Deployments in Vanuatu commenced in July 2008 with the delivery of 25 XO laptops to Wan Smolbag Theatre Group in Port Vila. They are currently being used in literacy classes at the theatre. Plans to localize the O/S to Bislama have been put on hold due to time constraints. Contacts:
- Ian Thomson, RICS Coordinator, Secretariat for the Pacific Community (SPC) SPC
- Wan Smolbag Theatre group (WSB) 
A localisation project is being opened on the OLPC Pootle server for Vanuatu Bislama language.
The trials are being implemented in collaboration with the Wan Smolbag community theatre group. The intention is to link the OLPC trials with the educational drama activities and produce local content for the XO.
 Ministry of Education
The Ministry is organising two pilots for Vanuatu. The Education System is tri-lingual with vernacular education in Bislama, French and English courses provided for older children. One pilot will be in English, the other in French. The French pilot will link to the Haiti OLPC project which has developed resources to match the French Education System.
More information will be posted here as the projects develop.
 Wan Smolbag Theatre
Wan Smolbag Theatre is a well established NGO providing education and awareness raising services in Vanuatu and around the Pacific Islands. Its principal purpose is to inform Islanders of important issues through performing plays and conducting workshops after the play. It addresses issues such as reproductive health, good governance, environmental awareness, basic literacy etc. It produces DVDs, some of performances, but mostly fully scripted films or documentaries. Their catch line is: Working with communities through drama to provide a greater understanding of development issues in the South Pacific.
Community theatre brings plays to the people, plays about environmental, health, social and human rights. Wan Smolbag Theatre writes and produces a large number of plays, drama sketches, and participatory drama workshops for government agencies, NGOs and development programs.
In Port Vila, WSB has a large centre including studios and a stage where it produces the material (see photo). This centre also has a Telecentre for local youth.
At the Port Vila centre, WSB holds a drop-in service for youth from the neighbouring settlement area. At any one time, there can be up to 100 children, but this varies considerably day to day, depending if the children can, or are allowed to, attend. Most of these children do not attend school, basically as their parents cannot afford the school fees. Current "Youth" members are aged from 3-57 years old and most have never attended school. The literacy programme is managed by the WSB Youth Centre with the assistance of a Kiwi volunteer, working for Volunteer Services Abroad, a New Zealand NGO. There are 3 local support staff. It should be noted that none of these staff are trained teachers and work with minimal resources, e.g. donated books from New Zealand. The training is in English as they have few Bislama resources (the local universal Pidgin language). The program is funded by AusAID and NZAID. The children are split into two groups, one of 15 five to ten year olds and the other of 10 ten to sixteen year olds. It should be noted that this is the first NGO programme with OLPC in the Pacific and it will be very important for understanding how to reach the many children that do not attend school.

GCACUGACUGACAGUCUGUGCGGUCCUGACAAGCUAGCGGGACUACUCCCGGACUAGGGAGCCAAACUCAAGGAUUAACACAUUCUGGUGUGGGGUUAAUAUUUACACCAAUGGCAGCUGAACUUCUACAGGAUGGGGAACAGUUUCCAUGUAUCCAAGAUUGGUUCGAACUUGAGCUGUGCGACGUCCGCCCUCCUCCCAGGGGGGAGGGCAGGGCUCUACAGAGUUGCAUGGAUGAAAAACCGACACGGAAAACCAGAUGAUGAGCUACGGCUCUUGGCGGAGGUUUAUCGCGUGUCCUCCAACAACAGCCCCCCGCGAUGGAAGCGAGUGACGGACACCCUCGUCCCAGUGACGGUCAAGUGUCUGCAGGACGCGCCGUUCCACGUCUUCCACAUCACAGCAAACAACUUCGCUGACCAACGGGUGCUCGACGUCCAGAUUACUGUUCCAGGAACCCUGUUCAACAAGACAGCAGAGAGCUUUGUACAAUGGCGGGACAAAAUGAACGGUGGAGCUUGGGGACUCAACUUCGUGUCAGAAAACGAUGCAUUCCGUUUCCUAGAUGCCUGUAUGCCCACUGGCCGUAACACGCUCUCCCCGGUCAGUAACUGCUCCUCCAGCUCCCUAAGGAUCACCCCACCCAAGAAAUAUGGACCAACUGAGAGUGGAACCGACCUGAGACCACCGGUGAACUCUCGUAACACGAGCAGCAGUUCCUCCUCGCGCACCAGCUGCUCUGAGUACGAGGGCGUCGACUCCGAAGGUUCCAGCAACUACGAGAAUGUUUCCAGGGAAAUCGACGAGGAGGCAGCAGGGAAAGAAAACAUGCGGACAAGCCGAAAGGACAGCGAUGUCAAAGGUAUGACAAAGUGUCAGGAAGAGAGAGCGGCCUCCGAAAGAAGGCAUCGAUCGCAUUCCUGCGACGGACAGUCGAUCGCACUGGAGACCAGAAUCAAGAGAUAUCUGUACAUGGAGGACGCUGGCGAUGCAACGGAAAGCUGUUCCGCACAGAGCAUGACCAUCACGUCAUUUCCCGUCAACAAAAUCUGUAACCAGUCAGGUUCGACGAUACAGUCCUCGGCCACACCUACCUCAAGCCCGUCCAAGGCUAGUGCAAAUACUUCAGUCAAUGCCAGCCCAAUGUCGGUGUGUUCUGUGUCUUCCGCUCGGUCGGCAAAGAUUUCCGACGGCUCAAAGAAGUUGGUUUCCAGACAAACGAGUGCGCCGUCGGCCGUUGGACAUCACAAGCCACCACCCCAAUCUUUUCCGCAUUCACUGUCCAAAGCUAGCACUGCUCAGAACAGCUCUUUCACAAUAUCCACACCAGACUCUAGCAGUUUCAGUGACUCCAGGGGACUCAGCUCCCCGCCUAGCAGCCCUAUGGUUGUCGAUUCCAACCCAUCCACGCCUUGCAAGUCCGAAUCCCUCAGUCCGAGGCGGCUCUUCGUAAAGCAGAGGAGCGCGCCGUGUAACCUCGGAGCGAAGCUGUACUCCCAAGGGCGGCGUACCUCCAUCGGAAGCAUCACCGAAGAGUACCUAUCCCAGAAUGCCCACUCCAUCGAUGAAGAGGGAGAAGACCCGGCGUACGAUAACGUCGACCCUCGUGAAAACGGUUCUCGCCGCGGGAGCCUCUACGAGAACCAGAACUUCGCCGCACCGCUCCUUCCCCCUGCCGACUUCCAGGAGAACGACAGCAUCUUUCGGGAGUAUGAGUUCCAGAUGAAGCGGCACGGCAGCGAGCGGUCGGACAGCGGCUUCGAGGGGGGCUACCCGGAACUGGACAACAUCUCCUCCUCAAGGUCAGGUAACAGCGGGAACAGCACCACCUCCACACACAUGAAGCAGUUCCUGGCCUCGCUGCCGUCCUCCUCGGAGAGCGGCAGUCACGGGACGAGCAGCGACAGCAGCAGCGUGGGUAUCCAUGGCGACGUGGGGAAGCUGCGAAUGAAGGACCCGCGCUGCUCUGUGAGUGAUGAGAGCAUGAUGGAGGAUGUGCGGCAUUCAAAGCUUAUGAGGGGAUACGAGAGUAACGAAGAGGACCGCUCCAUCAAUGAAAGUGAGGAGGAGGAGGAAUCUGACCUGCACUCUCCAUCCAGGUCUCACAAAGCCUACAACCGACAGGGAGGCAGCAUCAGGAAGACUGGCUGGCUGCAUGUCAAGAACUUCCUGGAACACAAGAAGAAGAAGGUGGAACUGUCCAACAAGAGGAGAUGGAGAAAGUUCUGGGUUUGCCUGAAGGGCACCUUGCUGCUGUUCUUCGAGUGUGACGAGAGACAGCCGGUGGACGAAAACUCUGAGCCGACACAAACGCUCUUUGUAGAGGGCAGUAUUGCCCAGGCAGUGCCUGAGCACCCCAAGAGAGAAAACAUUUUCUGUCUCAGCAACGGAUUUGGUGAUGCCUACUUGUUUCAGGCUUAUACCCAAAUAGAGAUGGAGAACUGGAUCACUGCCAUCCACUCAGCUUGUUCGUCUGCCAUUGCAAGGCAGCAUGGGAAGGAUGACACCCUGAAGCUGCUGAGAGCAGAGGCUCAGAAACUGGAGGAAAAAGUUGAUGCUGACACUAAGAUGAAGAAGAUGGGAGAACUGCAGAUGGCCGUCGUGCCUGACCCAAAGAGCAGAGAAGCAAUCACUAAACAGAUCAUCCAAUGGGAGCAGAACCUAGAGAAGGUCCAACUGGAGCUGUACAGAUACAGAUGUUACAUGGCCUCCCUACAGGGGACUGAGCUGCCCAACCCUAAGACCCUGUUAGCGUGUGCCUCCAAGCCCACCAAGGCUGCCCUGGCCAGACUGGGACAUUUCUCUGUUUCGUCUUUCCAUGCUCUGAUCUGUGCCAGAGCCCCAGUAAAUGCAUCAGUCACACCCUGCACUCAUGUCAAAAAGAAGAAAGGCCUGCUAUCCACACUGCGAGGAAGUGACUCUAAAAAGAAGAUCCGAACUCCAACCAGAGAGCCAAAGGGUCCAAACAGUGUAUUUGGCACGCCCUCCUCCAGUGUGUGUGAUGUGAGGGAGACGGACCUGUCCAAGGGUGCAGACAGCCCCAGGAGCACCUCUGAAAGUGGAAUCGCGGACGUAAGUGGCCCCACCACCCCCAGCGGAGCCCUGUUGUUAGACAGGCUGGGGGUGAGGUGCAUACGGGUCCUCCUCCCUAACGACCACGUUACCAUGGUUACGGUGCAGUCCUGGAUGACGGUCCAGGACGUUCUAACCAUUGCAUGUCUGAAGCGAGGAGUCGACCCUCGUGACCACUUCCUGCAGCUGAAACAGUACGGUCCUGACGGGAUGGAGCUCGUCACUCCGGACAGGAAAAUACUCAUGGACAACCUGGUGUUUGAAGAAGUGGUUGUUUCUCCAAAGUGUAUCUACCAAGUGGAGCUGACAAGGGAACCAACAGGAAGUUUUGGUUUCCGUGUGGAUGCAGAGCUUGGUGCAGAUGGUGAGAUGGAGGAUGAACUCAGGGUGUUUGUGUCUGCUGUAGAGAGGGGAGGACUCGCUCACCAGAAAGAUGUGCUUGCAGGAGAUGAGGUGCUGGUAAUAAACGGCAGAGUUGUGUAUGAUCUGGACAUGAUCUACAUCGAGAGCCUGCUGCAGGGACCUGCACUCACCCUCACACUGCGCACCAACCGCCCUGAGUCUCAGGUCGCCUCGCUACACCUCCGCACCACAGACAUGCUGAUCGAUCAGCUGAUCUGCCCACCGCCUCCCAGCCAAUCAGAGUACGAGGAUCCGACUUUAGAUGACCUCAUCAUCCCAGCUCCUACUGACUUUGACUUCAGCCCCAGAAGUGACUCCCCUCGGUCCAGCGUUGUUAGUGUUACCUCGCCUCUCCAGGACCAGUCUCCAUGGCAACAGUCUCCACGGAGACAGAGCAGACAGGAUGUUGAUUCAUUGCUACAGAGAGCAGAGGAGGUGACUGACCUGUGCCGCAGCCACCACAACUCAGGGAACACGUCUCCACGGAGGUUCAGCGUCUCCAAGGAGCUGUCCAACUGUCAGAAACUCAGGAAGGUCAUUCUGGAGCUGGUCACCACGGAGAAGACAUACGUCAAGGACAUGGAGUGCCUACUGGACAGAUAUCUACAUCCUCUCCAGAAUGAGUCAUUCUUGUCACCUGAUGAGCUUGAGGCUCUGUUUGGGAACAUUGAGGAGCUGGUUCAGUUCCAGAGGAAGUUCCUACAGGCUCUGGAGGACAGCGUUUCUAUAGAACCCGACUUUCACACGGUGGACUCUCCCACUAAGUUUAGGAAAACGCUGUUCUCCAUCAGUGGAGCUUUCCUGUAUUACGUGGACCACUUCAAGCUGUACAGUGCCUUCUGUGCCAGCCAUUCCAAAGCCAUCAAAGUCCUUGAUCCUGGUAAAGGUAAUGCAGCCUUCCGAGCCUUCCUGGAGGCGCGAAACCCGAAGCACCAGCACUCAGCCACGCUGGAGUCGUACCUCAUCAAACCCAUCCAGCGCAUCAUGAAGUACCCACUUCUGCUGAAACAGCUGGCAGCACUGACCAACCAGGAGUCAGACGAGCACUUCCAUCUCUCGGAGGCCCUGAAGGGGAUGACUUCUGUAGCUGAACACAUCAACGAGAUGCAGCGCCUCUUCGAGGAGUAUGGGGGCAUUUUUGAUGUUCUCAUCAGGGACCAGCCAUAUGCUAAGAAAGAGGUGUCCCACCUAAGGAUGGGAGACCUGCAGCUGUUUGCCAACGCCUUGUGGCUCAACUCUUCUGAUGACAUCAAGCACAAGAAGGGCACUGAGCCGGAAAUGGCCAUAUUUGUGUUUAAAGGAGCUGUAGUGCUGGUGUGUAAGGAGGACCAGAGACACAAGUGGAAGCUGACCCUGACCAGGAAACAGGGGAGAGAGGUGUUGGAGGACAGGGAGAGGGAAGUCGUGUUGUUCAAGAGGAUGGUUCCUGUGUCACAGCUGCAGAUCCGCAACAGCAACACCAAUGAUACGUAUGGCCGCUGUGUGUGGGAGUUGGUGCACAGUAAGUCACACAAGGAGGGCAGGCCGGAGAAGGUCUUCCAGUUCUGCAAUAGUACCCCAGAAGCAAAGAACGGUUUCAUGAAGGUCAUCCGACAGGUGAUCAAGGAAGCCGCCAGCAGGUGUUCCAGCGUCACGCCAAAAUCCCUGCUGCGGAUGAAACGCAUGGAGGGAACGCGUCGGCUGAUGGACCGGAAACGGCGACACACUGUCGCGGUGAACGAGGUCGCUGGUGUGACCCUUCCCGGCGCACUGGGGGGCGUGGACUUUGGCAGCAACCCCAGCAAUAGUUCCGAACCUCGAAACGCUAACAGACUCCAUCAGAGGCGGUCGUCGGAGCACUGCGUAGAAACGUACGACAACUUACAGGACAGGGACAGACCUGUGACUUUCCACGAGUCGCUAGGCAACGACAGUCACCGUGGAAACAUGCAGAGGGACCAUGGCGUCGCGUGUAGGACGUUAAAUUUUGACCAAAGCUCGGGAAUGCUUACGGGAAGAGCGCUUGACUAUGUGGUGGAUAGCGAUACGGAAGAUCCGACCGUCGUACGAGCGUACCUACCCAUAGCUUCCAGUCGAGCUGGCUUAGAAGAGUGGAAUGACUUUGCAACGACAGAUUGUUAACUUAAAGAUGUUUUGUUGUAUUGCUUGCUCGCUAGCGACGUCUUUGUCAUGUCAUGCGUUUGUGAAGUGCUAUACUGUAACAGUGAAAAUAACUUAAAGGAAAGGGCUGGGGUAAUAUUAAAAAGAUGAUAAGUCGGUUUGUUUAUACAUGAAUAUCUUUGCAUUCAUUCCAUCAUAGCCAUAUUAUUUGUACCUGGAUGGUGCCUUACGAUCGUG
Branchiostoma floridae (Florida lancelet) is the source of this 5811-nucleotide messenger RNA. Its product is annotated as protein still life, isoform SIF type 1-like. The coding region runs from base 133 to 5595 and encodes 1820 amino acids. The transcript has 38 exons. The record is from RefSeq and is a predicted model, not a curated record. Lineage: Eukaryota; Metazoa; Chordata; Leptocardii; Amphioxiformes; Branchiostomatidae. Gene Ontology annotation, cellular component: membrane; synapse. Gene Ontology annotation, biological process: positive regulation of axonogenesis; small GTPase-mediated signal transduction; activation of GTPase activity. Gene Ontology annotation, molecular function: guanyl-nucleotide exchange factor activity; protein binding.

The programme Wan Smolbag has been offered involves provision of 25 XOs and basic training for 5 staff. This was conducted in late July (see photos)
After the training, the staff investigated how to incorporate the laptops into their training program. It was agreed that due to the drop in nature of the program and the irregular attendance of children, the child ownership requirement would be delayed to see the impact of the laptops. The laptops will be kept in the centre initially.
Connection to the Internet will not be initially provided due to lack of funding. This will be reviewed when the impact of the laptops is evaluated
An assessment plan is being developed that will include regular reporting.
 Children in action
 Progress Report Nov2008
WSB has over the last 3months successful incorporated the use of the OLPC into the pikinini literacy classes, and is using these 3 times a week to explore news ways in teaching and also to encourage the children to learn, explore and take control of their own learning.
Although the children do not take their computers home, they quickly developed a sense of ownership, putting their own names on the computers and taking care to make sure their own computers are charged at the end of each day.
The laptops have also been used in our community outreach program’s, in which WSB staff go to a near by community to display clubs and activities happening in the youth centre. The laptops have received great interest, and have as a direct result seen new youth attending the literacy classes.
An assessment plan is currently being used to regularly assess the children on the basic features of the computers as well as to gain an understanding on their growing knowledge on specific program features.